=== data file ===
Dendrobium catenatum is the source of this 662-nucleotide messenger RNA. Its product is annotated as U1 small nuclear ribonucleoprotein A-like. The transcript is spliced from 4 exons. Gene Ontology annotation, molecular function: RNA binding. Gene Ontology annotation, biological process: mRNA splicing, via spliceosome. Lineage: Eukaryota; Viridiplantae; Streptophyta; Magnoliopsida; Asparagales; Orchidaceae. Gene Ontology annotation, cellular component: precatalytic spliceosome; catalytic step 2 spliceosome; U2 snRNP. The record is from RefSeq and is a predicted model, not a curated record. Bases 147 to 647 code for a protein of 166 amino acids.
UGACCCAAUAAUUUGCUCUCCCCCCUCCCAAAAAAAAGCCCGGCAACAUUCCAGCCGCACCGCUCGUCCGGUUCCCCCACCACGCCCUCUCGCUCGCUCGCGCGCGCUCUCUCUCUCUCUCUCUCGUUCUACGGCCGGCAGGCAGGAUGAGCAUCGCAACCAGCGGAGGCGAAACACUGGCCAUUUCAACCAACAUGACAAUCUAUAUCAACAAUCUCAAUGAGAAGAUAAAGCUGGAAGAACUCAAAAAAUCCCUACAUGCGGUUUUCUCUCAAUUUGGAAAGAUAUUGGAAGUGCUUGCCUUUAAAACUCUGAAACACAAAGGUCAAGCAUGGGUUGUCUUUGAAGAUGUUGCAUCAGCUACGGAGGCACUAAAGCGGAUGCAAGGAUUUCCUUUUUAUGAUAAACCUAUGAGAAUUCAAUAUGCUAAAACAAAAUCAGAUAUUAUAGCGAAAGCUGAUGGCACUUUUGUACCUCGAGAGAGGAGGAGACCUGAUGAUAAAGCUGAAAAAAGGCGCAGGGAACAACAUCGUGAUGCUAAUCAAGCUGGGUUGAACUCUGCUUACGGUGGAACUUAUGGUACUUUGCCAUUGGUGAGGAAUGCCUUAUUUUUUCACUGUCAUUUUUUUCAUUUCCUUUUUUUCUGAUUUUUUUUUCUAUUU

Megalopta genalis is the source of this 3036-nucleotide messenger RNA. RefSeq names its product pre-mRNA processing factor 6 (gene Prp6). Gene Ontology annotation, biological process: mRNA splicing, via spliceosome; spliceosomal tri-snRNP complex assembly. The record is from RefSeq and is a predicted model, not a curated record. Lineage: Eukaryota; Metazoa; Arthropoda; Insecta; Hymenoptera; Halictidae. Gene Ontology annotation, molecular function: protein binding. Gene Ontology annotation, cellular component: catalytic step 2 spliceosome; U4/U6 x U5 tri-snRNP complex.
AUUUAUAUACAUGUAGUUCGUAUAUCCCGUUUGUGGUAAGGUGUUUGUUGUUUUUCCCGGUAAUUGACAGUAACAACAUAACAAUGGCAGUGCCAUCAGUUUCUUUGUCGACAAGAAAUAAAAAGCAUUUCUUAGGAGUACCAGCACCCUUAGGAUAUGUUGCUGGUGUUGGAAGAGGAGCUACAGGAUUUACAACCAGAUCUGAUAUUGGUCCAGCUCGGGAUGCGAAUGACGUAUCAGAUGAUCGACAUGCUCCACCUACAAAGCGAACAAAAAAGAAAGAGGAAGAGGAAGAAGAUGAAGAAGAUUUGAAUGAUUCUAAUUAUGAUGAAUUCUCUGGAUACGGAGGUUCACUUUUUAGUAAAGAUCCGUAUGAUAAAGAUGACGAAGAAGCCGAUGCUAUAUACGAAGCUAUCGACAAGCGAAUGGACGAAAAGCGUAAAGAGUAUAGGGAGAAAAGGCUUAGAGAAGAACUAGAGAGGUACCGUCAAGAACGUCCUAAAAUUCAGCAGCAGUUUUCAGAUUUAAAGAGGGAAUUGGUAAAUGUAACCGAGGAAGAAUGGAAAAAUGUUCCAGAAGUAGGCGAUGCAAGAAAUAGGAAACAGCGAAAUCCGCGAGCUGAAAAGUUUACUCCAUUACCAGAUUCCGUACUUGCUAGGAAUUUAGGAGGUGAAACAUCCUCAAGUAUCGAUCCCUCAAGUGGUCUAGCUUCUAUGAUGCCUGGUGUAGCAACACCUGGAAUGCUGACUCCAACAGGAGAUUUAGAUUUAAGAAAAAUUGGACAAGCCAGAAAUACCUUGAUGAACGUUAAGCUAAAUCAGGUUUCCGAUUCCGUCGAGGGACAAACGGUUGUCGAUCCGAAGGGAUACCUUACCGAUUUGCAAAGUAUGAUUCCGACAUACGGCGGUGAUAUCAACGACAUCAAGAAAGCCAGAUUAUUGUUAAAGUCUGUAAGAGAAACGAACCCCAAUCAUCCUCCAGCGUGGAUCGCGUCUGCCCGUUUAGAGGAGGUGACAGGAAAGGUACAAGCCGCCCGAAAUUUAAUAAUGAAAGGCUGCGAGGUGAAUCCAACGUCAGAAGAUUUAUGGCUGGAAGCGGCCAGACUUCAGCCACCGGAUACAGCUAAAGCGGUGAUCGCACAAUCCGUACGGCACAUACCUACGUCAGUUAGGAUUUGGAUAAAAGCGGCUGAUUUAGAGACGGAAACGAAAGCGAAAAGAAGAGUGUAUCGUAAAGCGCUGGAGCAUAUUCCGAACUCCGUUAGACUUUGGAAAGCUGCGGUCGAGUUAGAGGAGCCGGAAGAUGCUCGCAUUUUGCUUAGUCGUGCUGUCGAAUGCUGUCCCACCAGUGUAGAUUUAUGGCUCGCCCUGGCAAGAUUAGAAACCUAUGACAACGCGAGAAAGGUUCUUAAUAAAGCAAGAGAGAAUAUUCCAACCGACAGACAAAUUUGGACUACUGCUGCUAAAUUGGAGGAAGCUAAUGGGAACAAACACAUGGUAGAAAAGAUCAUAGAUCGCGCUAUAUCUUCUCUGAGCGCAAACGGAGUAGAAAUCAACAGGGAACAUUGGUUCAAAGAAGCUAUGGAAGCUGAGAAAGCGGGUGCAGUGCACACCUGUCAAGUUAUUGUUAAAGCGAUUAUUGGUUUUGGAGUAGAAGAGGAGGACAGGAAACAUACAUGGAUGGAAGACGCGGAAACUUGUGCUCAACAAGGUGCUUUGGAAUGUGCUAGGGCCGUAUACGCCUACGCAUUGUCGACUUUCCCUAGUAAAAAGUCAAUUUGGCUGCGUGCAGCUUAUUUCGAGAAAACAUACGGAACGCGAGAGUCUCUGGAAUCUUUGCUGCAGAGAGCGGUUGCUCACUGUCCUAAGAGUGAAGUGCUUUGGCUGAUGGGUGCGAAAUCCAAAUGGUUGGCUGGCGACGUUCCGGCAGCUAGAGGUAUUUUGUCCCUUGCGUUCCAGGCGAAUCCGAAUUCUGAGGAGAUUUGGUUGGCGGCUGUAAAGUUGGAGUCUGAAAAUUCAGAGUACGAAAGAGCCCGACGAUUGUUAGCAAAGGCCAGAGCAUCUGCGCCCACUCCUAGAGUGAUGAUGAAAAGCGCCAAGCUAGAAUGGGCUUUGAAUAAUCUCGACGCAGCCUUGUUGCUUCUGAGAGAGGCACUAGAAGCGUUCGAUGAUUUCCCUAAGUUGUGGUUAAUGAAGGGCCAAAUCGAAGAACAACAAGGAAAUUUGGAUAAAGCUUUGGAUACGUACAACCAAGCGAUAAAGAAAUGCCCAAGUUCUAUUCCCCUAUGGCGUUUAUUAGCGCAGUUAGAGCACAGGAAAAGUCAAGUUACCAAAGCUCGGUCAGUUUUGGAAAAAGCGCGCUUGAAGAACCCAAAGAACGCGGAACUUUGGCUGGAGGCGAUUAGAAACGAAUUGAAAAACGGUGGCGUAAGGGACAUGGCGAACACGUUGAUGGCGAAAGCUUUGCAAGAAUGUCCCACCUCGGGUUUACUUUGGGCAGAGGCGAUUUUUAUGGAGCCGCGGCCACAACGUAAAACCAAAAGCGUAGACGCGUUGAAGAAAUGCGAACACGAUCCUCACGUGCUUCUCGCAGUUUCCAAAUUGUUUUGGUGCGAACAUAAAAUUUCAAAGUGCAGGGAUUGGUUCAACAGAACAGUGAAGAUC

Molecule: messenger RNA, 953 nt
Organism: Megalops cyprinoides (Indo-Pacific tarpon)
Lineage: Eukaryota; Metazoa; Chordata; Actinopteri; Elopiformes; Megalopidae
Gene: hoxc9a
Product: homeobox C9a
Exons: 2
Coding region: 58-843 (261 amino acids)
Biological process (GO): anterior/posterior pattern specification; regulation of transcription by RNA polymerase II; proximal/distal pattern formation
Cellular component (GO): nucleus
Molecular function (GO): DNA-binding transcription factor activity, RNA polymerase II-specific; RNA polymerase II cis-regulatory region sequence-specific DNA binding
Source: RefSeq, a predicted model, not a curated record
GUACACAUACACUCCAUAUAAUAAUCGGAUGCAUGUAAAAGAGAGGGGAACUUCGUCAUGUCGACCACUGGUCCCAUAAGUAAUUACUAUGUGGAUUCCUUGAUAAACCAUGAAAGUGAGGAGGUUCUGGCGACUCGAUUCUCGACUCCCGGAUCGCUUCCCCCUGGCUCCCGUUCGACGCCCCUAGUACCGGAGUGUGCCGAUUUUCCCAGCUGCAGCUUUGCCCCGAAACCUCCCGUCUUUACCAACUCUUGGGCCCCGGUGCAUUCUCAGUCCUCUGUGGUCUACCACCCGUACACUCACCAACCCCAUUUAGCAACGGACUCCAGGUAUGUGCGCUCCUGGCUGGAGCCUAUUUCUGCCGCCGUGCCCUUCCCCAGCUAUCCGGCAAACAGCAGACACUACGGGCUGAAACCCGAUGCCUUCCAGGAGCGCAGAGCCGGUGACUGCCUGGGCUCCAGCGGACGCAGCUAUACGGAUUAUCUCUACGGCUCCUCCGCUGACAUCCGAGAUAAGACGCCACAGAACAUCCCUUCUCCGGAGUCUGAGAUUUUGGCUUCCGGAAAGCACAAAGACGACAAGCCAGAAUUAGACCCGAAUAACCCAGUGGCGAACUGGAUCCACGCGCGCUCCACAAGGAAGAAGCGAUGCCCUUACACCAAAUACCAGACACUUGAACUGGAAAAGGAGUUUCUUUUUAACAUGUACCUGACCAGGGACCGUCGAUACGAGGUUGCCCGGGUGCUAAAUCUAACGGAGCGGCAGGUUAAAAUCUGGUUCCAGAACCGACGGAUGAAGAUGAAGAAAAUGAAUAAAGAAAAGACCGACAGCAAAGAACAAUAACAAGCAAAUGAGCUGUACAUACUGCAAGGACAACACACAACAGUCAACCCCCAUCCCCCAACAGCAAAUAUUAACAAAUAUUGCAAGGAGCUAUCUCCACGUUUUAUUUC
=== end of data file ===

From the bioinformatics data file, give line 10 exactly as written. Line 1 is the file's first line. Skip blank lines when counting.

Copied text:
Exons: 2